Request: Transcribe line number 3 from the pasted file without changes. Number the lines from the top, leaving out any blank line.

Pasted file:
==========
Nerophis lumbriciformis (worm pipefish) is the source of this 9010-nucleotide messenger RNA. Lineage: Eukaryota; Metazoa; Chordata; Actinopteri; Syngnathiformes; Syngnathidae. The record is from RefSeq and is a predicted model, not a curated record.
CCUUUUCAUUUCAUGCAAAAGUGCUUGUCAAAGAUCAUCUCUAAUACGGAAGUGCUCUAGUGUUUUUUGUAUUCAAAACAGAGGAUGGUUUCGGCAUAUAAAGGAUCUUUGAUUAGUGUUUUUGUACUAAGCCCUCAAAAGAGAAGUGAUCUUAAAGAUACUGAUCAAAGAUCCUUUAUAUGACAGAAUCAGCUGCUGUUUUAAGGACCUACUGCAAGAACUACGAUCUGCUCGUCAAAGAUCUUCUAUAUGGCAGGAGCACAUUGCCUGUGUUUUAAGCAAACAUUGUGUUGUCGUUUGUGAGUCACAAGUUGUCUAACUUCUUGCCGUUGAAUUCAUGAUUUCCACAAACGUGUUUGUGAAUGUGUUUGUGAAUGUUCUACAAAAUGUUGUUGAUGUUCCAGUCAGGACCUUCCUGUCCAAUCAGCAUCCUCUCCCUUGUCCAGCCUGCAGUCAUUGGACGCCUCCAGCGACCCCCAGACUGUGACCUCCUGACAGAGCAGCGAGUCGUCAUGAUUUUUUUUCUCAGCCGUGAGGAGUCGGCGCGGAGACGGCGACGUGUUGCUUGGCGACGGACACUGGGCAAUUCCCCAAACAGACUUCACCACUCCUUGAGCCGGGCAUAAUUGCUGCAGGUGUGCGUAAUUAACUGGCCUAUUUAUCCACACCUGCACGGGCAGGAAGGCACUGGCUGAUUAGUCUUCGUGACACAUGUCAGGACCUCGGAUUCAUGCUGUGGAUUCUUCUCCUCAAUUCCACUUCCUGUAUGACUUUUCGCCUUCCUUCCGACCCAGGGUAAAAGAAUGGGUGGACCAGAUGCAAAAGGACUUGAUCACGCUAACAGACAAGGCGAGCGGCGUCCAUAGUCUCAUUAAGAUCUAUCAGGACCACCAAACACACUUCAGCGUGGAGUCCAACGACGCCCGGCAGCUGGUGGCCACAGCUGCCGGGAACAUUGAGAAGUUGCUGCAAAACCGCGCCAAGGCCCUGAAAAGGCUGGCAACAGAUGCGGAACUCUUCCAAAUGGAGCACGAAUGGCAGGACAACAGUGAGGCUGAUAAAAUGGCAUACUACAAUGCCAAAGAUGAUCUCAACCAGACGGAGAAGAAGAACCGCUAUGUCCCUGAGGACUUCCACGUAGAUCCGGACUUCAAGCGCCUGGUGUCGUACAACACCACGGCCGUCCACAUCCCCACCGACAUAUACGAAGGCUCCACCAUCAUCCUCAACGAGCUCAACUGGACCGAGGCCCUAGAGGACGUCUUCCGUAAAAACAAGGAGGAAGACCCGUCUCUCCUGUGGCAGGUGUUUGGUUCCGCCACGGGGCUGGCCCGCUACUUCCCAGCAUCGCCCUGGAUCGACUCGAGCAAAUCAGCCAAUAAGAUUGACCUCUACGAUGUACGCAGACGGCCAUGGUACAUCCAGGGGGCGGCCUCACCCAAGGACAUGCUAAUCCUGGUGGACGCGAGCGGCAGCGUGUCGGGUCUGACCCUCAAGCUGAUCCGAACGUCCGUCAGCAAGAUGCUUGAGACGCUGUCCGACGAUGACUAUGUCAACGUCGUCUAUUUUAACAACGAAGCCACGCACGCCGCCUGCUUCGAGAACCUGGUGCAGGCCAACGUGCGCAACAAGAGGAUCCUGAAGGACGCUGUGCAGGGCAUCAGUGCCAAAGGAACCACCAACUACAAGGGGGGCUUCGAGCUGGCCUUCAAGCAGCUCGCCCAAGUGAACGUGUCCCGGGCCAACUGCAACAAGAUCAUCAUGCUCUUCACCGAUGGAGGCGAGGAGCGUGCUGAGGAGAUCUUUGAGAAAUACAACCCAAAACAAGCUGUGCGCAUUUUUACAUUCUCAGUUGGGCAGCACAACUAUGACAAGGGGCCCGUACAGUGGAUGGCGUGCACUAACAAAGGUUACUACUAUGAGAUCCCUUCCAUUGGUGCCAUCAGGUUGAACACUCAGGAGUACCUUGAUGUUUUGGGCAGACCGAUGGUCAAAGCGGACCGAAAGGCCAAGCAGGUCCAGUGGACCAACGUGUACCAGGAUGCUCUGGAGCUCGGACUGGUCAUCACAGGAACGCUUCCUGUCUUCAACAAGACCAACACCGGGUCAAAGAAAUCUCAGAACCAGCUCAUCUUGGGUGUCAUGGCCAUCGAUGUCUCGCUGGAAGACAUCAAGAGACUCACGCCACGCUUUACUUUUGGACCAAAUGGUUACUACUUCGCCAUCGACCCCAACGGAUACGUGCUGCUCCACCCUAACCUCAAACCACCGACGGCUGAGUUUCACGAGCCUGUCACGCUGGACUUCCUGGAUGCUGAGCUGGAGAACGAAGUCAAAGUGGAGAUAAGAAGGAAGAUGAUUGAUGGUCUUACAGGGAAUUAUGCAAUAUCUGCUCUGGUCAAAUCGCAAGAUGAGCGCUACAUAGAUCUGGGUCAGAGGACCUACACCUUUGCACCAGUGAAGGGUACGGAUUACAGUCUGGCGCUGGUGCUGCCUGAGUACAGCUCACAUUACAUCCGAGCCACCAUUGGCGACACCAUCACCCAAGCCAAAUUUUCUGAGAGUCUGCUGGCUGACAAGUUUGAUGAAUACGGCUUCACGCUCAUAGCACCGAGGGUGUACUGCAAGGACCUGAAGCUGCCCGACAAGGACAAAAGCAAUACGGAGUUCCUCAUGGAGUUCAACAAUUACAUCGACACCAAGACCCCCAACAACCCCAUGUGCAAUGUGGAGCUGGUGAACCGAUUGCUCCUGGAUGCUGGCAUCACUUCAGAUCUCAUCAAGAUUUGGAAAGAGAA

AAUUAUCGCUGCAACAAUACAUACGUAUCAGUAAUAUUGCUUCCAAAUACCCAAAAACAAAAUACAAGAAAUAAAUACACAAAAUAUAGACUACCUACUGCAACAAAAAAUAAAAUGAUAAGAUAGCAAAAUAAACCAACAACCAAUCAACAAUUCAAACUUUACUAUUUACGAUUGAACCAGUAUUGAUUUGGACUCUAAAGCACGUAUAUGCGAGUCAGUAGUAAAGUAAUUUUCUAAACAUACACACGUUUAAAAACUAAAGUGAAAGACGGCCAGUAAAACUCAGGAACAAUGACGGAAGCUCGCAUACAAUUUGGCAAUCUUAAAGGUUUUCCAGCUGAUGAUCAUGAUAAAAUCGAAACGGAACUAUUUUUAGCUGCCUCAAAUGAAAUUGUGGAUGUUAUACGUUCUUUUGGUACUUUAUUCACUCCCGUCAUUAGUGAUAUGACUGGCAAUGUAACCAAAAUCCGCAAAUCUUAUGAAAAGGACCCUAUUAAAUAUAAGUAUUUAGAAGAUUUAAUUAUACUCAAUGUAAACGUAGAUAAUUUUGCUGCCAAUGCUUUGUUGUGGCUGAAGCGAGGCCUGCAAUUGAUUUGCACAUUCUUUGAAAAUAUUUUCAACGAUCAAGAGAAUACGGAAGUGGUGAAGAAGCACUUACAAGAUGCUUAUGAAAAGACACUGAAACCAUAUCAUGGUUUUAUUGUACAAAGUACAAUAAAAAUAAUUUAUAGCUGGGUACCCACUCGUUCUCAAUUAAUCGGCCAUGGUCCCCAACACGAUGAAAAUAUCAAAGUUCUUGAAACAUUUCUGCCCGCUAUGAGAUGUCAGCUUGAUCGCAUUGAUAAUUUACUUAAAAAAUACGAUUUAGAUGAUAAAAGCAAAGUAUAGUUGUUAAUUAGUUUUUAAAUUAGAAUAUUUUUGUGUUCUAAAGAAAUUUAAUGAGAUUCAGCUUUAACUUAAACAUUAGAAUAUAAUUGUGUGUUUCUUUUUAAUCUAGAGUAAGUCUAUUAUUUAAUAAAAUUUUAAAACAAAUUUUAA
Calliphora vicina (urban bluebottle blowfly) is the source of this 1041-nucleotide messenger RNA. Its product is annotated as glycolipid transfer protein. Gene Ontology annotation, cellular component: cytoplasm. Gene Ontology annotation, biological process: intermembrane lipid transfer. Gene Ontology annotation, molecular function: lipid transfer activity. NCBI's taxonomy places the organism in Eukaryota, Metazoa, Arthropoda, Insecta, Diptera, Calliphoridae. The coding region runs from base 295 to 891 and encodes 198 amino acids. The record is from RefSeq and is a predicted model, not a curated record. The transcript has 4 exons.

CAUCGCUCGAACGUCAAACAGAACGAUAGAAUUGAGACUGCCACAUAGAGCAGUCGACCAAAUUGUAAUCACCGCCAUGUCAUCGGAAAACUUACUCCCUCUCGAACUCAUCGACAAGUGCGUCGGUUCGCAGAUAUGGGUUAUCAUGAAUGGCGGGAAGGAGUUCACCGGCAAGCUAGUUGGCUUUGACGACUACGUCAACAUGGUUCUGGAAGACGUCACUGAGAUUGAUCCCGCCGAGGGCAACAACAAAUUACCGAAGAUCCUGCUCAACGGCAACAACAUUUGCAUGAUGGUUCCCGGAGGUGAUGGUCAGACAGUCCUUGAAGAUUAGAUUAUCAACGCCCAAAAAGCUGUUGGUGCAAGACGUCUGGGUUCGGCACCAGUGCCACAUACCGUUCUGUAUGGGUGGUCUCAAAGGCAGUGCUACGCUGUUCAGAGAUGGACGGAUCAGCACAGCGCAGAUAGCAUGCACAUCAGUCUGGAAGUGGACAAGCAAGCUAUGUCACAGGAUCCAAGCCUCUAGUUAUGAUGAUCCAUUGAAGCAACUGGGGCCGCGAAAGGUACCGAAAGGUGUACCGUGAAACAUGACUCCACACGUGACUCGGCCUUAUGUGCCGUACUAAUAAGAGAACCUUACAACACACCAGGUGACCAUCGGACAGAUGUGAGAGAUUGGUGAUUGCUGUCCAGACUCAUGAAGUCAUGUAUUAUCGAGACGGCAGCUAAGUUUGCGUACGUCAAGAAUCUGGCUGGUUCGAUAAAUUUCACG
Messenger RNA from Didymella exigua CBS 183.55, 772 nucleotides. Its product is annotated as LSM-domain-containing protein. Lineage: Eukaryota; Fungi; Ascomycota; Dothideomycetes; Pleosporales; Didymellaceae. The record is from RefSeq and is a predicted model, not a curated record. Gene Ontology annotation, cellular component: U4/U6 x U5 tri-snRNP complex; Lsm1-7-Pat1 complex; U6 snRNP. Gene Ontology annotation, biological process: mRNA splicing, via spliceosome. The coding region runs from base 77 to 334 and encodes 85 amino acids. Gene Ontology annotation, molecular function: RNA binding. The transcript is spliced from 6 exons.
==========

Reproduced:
AAUUAUCGCUGCAACAAUACAUACGUAUCAGUAAUAUUGCUUCCAAAUACCCAAAAACAAAAUACAAGAAAUAAAUACACAAAAUAUAGACUACCUACUGCAACAAAAAAUAAAAUGAUAAGAUAGCAAAAUAAACCAACAACCAAUCAACAAUUCAAACUUUACUAUUUACGAUUGAACCAGUAUUGAUUUGGACUCUAAAGCACGUAUAUGCGAGUCAGUAGUAAAGUAAUUUUCUAAACAUACACACGUUUAAAAACUAAAGUGAAAGACGGCCAGUAAAACUCAGGAACAAUGACGGAAGCUCGCAUACAAUUUGGCAAUCUUAAAGGUUUUCCAGCUGAUGAUCAUGAUAAAAUCGAAACGGAACUAUUUUUAGCUGCCUCAAAUGAAAUUGUGGAUGUUAUACGUUCUUUUGGUACUUUAUUCACUCCCGUCAUUAGUGAUAUGACUGGCAAUGUAACCAAAAUCCGCAAAUCUUAUGAAAAGGACCCUAUUAAAUAUAAGUAUUUAGAAGAUUUAAUUAUACUCAAUGUAAACGUAGAUAAUUUUGCUGCCAAUGCUUUGUUGUGGCUGAAGCGAGGCCUGCAAUUGAUUUGCACAUUCUUUGAAAAUAUUUUCAACGAUCAAGAGAAUACGGAAGUGGUGAAGAAGCACUUACAAGAUGCUUAUGAAAAGACACUGAAACCAUAUCAUGGUUUUAUUGUACAAAGUACAAUAAAAAUAAUUUAUAGCUGGGUACCCACUCGUUCUCAAUUAAUCGGCCAUGGUCCCCAACACGAUGAAAAUAUCAAAGUUCUUGAAACAUUUCUGCCCGCUAUGAGAUGUCAGCUUGAUCGCAUUGAUAAUUUACUUAAAAAAUACGAUUUAGAUGAUAAAAGCAAAGUAUAGUUGUUAAUUAGUUUUUAAAUUAGAAUAUUUUUGUGUUCUAAAGAAAUUUAAUGAGAUUCAGCUUUAACUUAAACAUUAGAAUAUAAUUGUGUGUUUCUUUUUAAUCUAGAGUAAGUCUAUUAUUUAAUAAAAUUUUAAAACAAAUUUUAA